MotoZero review

By Russell Barnes. Posted

This Zero-size board lets you control up to four motors independently

Richard Saville, aka the Average Man, came up with the design for the MotoZero while watching his favourite TV show, Sons of Anarchy. That biker influence has led to the coolest-looking motor board we’ve ever seen, resembling an exposed engine with its chunky terminals and twin socket-mounted driver chips. The attention to detail even extends to some piston graphics on the board. That’s right, by the way: you get not one but two motor driver chips, enabling the MotoZero to control four motors independently. While the L293D chips used here have been around quite a long time, they do the job well enough – for fairly low-powered motors, at least.

This review was written by Phil King

Design considerations

It’s obvious that a lot of thought has gone into the MotoZero’s design. For starters, the terminal blocks are high-quality and chunky, making it easy to connect your motor wires; their screw-heads are a decent size, too. So these blocks should stand up to prolonged use. Grouped in pairs, after sliding the ridge edges together, to avoid them being easily twisted out of place, the main terminal blocks’ positioning on either side of the Zero-sized board is ideal for powering the wheels on each corner of a robot. A fifth terminal block is supplied for the wires from your chosen power supply; alternatively, you could solder them directly to the board holes. One caveat to mention here is that, due to its low cost, the MotoZero lacks any protection from reverse polarity, so you need to make sure that your battery pack is connected the right way round!

Since the MotoZero is supplied in kit form, you’ll need to assemble it, which involves a fair amount of soldering. While some people might be put off by this, Richard reckons it’s all part of the fun of playing around with electronics. Depending on your soldering skills, it should take 30-60 minutes to put together; helpfully, the comprehensive PDF manual contains a step-by-step assembly guide illustrated with photos, while the board itself is clearly marked out with component positions and labels. It’s recommended to solder on the 40-pin GPIO header first, followed by the two chip sockets, then the four motor connection terminals, capacitor, and optional fifth terminal block. Just slot in the two L293D chips and you’re ready to roll.

 It's compact but works well

Twin drivers

Once the MotoZero is assembled, it’s ready to control connected motors once slotted onto a Raspberry Pi. Incidentally, while the MotoZero’s form factor is a perfect match for the Pi Zero, and Zero-sized robots, it can be used with any 40-pin Pi model.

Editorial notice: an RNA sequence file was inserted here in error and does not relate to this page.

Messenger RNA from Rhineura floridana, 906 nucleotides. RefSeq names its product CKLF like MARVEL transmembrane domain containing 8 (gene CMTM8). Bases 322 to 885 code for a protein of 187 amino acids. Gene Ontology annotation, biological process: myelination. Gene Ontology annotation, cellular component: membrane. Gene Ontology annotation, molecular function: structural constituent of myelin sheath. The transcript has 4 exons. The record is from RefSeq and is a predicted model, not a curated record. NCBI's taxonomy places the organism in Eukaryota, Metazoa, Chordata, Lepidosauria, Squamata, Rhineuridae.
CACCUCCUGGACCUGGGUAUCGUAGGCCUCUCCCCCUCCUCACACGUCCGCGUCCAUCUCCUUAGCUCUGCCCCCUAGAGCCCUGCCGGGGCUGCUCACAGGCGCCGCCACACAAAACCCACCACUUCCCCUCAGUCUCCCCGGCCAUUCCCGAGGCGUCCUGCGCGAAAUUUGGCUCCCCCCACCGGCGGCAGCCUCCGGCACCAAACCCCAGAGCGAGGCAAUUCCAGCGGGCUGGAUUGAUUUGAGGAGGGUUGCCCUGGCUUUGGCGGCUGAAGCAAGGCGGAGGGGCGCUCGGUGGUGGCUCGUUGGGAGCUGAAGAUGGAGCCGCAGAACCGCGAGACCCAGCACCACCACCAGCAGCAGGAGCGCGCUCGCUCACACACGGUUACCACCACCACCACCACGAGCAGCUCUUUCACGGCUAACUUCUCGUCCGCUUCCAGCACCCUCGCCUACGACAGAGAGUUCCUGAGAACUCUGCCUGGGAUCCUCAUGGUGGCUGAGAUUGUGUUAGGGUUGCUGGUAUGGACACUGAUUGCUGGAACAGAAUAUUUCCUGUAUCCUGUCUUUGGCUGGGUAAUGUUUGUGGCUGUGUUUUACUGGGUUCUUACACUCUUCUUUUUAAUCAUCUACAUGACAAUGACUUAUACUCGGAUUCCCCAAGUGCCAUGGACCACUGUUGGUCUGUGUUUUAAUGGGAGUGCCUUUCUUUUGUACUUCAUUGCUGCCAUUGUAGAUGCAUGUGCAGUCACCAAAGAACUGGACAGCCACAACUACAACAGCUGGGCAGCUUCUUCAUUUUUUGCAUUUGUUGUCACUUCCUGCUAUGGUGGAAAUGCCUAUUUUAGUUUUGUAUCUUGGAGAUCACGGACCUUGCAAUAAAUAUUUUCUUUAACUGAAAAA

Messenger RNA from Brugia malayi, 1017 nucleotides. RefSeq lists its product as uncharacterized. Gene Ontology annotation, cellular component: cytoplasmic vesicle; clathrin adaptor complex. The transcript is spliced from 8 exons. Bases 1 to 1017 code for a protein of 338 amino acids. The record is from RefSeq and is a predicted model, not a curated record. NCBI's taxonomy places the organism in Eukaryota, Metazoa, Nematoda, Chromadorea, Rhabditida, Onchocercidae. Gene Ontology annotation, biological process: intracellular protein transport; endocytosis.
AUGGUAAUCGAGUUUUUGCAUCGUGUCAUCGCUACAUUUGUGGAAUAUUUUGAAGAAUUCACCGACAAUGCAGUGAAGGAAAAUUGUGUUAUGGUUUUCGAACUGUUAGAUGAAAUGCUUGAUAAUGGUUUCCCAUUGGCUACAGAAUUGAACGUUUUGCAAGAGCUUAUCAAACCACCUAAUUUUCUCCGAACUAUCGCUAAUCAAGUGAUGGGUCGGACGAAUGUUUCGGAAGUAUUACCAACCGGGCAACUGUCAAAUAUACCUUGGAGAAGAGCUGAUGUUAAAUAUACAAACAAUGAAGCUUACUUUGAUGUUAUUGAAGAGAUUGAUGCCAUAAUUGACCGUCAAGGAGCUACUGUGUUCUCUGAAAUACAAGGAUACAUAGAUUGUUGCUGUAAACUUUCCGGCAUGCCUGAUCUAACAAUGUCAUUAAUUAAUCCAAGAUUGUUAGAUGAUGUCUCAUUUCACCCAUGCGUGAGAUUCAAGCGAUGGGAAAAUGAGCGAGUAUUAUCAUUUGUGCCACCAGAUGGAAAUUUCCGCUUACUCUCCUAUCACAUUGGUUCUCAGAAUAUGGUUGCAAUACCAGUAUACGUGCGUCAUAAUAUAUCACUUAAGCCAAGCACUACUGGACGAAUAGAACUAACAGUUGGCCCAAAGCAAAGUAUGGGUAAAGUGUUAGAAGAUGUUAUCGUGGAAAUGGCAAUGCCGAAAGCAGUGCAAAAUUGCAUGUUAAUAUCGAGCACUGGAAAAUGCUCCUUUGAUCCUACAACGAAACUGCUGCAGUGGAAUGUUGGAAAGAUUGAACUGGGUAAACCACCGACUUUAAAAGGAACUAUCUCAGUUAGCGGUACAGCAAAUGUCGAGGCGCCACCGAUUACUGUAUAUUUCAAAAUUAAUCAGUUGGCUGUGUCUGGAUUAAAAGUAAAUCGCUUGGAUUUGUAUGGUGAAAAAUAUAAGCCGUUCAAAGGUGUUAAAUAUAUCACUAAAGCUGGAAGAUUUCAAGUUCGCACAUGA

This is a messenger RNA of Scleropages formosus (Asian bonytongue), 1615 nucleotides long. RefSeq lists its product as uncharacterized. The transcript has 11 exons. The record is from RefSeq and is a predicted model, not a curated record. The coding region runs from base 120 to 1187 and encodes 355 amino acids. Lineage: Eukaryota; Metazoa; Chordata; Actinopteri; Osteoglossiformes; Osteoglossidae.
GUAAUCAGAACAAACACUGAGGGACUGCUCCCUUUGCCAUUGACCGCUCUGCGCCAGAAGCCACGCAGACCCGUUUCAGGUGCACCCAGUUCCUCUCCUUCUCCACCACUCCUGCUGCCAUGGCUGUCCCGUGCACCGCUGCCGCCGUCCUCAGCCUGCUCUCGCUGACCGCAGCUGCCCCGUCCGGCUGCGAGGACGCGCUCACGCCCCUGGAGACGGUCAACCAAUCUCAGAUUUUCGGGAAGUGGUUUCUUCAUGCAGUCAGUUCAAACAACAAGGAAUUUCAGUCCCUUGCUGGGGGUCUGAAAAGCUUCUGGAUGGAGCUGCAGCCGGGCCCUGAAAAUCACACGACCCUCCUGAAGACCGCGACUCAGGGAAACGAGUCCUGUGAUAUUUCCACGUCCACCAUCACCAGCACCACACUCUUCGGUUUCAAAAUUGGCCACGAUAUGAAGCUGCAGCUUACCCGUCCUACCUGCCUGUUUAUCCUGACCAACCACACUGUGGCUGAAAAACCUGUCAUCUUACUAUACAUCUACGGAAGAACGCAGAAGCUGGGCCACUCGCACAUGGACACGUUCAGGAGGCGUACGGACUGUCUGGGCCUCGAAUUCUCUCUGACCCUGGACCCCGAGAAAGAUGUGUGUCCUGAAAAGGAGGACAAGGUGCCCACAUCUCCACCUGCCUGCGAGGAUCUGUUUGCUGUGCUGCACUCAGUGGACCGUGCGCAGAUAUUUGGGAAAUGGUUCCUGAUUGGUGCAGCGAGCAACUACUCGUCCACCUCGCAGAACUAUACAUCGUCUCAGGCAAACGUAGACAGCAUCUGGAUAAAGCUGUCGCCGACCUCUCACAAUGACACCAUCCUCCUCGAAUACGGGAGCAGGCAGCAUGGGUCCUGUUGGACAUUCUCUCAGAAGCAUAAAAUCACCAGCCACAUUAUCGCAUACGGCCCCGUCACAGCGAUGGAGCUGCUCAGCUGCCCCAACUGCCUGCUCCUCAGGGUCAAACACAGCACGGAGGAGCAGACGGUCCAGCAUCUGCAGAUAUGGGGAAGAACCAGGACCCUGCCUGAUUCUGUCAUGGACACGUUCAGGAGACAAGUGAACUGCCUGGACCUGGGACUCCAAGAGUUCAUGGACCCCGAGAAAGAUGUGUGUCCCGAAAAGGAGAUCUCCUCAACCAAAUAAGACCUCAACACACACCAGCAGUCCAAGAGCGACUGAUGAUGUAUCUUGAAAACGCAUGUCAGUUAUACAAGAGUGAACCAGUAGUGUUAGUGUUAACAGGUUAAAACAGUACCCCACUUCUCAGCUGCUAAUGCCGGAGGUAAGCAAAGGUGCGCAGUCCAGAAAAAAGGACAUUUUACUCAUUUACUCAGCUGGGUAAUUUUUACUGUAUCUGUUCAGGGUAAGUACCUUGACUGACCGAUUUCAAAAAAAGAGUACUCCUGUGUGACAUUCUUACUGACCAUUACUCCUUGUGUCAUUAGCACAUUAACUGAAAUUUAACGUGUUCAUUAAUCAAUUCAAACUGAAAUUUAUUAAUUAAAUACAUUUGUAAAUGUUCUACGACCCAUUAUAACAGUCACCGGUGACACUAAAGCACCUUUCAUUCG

As mentioned, the L293D driver chips are old technology, but still a good choice here since they are low-cost – thereby helping to keep the overall price down – and able to handle a wide range of voltages: from 4.5V to 36V. Handily, they also have built-in overheating protection and feature integrated flyback diodes to prevent damage from sudden voltage spikes from the motors. And even if they do get damaged, the socket mounting on the MotoZero makes them a cinch to replace.

One slight downside to using L293D chips is that they only supply 600mA continuous current per channel (i.e. motor). This means that you will need to use motors with a stall current not much higher than that – the manual states that you can get away with around 700mA, so long as you’re careful to avoid stalling the motor and also keep an eye on chip temperature.

When it comes to controlling them, each motor channel is assigned three of the Pi’s GPIO pins (which have been chosen carefully to avoid using any with special functions such as I2C, SPI, and UART). While the first two pins are turned HIGH/LOW or LOW/HIGH to make the motor turn forwards or backwards, as per usual, the third pin acts as a master on/off switch. While you might well wonder about the point of this ‘enable’ pin, one benefit is that it can be used with pulse-width modulation (PWM) to control the speed independently of direction.

Although the Python coding process will be similar to that for most other motor boards, one major plus point is that the MotoZero is getting its very own output device class in the excellent GPIO Zero library (although at the time of writing, Ben Nuttall was still working on this), which should make it even easier for robotics novices to control motors with very few lines of code. Note, however, that if you want to attach any robot sensors – such as line follower or ultrasonic distance sensor – you’ll need to either wire them directly to pins by using a stacking GPIO header (instead of the one supplied), or stack a HAT underneath the MotoZero.

Final word


While it lacks some of the advanced functionality of more expensive motor boards, including servo control and GPIO inputs/through-holes for sensors, the MotoZero offers great value for money, looks very cool, and has the unusual ability to control four motors independently.

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